• Thu
  • Dec 25, 2014
  • Updated: 5:10am
NewsHong Kong
TRANSPORT

Reprieve for Discovery Bay ferry after last-minute agreement over safety rule

Services will continue for at least two years after owner and marine safety officials agree not to follow new safety regulation

PUBLISHED : Thursday, 06 February, 2014, 4:48am
UPDATED : Thursday, 06 February, 2014, 8:48am
 

Ferry services between Mui Wo and Discovery Bay will continue for at least two years after the Marine Department agreed that the operator would not have to follow a new safety rule introduced after the 2012 Lamma ferry tragedy just yet.

Ferry operator Peng Chau Kaito had planned to stop services this coming Sunday due to rising costs, but has now renewed its licence until February 2016 after agreeing a deal on safety with the department.

The decision means 40 Mui Wo children who go to school in Discovery Bay will continue to make the 25-minute ferry journey instead of taking a bus, which takes three times as long. One district councillor called on the government to subsidise the service to ensure it continued.

The decision follows months of talks between company director Ken Wong Hon-kuen and marine safety officials. Wong had announced that services would stop in November last year, but then extended its services until Sunday and entered talks over a new licence.

The discussions hit a snag over a new code of practice under which the department would take into account specific emergency situations in deciding how many crew members had to be onboard a vessel.

Wong had originally been told that his company would have to increase crew numbers from the start of its licence period, despite the fact the new code will only come into effect in November for other operators.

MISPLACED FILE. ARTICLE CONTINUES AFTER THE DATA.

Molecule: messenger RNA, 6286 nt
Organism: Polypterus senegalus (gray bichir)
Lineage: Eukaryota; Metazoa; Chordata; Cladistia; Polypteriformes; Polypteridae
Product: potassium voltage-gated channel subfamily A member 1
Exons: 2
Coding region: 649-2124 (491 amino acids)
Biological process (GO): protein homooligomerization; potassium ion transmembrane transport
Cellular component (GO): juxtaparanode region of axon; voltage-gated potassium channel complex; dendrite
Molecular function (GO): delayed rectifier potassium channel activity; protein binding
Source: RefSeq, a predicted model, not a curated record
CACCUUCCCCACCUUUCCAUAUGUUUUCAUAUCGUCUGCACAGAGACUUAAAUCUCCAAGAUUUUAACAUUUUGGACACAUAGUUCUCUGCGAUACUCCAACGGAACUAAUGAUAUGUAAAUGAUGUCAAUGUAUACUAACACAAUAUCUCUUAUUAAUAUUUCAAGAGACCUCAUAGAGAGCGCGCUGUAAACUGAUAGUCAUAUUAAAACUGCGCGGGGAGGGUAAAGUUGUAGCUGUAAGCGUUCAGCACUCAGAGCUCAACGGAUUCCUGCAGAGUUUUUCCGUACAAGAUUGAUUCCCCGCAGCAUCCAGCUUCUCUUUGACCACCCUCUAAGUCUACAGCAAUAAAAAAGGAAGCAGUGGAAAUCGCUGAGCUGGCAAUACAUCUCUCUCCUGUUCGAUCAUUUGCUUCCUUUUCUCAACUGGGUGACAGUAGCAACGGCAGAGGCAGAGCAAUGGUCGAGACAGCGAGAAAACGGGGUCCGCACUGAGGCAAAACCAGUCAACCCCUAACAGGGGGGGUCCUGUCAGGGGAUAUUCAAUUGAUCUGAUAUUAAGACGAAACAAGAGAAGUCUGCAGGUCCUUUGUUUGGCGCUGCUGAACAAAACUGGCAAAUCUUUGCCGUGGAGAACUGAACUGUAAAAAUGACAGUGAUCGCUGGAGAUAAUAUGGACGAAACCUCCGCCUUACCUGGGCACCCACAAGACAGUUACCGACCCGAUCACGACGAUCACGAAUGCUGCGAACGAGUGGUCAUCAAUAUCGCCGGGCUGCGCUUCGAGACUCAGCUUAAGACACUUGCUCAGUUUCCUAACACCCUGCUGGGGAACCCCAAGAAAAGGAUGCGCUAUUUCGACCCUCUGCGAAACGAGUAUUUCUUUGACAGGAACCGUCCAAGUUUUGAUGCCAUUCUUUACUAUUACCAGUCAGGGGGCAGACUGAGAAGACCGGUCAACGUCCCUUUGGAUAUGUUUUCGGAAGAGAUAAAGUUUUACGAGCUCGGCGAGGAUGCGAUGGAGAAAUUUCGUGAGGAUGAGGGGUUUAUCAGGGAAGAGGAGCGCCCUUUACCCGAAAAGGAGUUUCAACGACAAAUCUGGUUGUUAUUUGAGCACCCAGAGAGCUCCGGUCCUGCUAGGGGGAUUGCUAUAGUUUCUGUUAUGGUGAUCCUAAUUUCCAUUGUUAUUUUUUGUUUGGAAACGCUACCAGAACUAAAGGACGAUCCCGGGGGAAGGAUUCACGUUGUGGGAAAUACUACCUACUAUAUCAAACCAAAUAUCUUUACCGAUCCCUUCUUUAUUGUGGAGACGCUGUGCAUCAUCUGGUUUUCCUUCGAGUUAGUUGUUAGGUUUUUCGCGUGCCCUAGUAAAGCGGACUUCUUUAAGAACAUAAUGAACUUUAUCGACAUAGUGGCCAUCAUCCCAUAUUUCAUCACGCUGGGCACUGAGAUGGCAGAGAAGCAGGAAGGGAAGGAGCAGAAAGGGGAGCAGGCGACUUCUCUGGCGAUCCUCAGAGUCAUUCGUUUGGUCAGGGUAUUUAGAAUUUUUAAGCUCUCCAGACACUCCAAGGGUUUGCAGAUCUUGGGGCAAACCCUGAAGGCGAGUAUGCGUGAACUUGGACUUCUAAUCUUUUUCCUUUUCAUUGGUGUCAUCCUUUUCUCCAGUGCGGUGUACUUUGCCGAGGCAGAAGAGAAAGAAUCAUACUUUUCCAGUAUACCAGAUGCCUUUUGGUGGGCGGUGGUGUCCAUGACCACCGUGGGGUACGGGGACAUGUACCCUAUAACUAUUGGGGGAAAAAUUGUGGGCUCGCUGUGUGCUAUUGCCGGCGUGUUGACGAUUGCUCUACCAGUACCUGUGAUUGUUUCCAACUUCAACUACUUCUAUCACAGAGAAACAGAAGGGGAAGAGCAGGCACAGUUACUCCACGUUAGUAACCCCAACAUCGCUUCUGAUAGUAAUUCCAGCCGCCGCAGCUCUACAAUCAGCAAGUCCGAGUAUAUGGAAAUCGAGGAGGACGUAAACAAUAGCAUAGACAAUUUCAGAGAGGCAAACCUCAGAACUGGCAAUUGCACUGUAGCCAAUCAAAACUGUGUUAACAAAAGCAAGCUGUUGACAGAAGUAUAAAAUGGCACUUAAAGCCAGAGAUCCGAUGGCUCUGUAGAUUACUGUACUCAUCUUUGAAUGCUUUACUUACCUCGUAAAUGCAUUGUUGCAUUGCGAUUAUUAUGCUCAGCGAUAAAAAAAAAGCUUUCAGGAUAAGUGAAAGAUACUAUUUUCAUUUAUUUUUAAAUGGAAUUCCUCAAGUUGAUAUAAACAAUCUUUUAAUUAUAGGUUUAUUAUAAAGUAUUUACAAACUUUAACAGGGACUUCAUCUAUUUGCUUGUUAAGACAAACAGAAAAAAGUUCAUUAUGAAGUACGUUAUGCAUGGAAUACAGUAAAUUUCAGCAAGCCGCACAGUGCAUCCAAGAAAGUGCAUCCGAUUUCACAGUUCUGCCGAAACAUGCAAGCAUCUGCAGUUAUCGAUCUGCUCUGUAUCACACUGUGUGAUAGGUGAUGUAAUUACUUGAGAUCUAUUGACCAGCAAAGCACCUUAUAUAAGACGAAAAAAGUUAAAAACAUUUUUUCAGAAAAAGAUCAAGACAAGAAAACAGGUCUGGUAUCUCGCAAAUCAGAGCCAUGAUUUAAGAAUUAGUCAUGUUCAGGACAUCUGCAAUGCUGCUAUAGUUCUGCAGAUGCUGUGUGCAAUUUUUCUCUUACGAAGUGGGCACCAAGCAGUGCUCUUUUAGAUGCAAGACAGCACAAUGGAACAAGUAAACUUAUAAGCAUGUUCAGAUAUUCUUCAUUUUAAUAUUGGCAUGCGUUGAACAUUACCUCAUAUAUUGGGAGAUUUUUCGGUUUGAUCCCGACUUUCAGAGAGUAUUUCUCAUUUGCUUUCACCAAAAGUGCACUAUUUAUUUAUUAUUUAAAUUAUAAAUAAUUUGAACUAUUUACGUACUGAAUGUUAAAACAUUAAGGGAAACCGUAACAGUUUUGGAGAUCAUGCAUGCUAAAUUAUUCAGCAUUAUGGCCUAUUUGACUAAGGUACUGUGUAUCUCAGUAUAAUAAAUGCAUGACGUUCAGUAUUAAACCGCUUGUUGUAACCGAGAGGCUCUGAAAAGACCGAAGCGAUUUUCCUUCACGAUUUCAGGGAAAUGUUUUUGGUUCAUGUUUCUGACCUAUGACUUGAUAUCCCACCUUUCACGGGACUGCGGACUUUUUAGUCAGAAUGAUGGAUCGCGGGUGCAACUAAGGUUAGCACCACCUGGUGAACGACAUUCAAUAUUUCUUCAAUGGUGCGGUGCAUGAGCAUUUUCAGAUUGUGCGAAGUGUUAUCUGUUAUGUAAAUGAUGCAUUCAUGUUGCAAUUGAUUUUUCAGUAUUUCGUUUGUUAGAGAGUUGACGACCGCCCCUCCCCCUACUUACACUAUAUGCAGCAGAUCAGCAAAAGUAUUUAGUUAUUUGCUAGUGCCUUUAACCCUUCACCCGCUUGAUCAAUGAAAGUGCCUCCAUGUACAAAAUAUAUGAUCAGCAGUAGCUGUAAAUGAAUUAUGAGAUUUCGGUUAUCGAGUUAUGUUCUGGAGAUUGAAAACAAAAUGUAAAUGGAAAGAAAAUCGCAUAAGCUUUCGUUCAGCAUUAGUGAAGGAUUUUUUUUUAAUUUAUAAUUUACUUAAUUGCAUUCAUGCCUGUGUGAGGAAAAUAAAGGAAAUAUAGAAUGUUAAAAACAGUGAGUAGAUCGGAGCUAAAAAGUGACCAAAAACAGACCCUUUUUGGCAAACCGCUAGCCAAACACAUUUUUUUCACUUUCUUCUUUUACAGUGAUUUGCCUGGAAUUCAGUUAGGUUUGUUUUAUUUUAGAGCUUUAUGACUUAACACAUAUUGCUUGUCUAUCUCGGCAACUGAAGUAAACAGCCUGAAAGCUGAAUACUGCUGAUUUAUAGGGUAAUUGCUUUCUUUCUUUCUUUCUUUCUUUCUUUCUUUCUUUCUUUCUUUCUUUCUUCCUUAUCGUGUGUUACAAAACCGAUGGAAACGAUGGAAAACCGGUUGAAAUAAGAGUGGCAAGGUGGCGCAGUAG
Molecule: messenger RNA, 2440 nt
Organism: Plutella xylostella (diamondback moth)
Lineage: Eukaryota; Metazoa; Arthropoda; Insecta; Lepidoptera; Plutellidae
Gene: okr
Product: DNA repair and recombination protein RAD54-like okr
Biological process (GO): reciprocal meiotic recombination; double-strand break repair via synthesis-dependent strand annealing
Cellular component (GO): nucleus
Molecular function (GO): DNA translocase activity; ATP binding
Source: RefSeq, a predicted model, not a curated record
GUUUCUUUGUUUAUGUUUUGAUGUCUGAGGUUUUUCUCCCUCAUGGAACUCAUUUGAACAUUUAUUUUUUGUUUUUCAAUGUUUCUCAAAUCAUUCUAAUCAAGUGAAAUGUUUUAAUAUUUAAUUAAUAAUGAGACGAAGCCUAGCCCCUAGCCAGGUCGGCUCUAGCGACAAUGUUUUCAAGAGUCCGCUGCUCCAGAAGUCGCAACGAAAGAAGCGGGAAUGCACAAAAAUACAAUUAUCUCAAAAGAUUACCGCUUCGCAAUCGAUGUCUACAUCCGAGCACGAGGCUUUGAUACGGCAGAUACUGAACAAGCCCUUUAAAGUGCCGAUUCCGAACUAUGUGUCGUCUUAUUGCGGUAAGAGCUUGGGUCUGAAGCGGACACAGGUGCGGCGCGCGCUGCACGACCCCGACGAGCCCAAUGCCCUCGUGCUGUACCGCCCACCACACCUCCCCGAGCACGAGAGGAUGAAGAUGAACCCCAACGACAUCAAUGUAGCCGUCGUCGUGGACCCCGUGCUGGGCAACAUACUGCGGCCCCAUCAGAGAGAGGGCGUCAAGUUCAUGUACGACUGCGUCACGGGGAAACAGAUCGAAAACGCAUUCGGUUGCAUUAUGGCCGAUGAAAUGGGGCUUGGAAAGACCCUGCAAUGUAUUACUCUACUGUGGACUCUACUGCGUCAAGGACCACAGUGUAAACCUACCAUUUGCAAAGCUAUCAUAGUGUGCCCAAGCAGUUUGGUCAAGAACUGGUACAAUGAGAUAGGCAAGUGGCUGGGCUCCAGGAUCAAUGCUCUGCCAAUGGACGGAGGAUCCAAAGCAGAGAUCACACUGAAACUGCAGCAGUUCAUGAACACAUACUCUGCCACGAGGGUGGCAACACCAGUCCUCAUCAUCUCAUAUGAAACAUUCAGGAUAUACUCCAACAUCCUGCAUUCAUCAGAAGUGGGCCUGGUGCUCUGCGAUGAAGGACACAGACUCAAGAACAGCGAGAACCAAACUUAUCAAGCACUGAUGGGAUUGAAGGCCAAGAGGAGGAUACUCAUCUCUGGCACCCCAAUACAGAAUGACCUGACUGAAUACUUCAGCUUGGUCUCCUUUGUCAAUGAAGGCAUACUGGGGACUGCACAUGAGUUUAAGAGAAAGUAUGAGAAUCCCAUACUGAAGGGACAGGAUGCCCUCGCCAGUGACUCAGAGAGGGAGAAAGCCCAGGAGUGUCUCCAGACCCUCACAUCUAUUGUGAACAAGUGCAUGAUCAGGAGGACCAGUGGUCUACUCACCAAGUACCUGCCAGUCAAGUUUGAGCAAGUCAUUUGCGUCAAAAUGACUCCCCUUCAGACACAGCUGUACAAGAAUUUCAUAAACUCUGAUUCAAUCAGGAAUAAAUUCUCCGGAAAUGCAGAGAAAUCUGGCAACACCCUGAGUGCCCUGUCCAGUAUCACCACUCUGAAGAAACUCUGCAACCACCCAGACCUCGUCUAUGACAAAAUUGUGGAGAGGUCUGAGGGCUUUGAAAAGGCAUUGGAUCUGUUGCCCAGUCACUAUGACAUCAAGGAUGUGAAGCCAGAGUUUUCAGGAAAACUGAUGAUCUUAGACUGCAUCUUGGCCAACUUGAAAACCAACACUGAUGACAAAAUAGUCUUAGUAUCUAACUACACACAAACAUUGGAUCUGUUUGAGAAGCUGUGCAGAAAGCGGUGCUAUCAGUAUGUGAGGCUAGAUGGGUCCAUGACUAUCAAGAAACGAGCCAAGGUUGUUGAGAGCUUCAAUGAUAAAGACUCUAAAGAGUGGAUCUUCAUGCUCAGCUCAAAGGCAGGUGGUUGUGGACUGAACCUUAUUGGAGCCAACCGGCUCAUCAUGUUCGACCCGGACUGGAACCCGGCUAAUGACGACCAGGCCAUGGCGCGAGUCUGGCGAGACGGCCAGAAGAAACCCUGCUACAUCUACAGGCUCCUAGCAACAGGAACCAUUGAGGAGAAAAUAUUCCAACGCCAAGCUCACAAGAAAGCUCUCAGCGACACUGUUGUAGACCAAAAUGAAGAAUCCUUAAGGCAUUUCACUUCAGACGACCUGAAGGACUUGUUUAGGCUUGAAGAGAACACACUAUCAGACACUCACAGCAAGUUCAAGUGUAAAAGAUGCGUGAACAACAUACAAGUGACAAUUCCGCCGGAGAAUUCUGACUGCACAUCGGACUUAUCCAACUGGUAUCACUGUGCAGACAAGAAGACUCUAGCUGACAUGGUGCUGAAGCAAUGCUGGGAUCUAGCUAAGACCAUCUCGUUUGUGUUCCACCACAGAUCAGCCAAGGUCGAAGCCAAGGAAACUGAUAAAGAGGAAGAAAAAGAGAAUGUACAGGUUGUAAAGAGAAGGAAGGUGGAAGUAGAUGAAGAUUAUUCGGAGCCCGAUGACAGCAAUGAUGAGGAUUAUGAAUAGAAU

But the two sides agreed at their last meeting on January 14 that Peng Chau Kaito would not have to increase the size of its crew until November.

The new code has been gazetted, but the department said it was still drafting guidelines to calculate how minimum crew numbers would be decided, and would only implement the measure when consensus was reached with the industry.

Transport minister Professor Anthony Cheung Bing-leung said yesterday that the government would provide assistance to individual boat operators, including financial subsidies, if they found it difficult to abide by new rules introduced after the October 2012 tragedy off Lamma, in which 39 people died.

Asked whether exemptions could be made for individual boat operators, Cheung said the decision was up to the head of the Marine Department.

He said the government was still talking to the industry about implementing other medium and long-term safety measures, including the installation of automatic identification systems and VHF radio.

Islands district councillor Amy Yung Wing-sheung, who represents Discovery Bay, said the government should not have imposed new conditions in the middle of the licence renewal talks.

The government subsidises some ferry routes on the outlying islands, but not kaito services. Yung said the government should consider subsidising those routes as well to make them sustainable.

 

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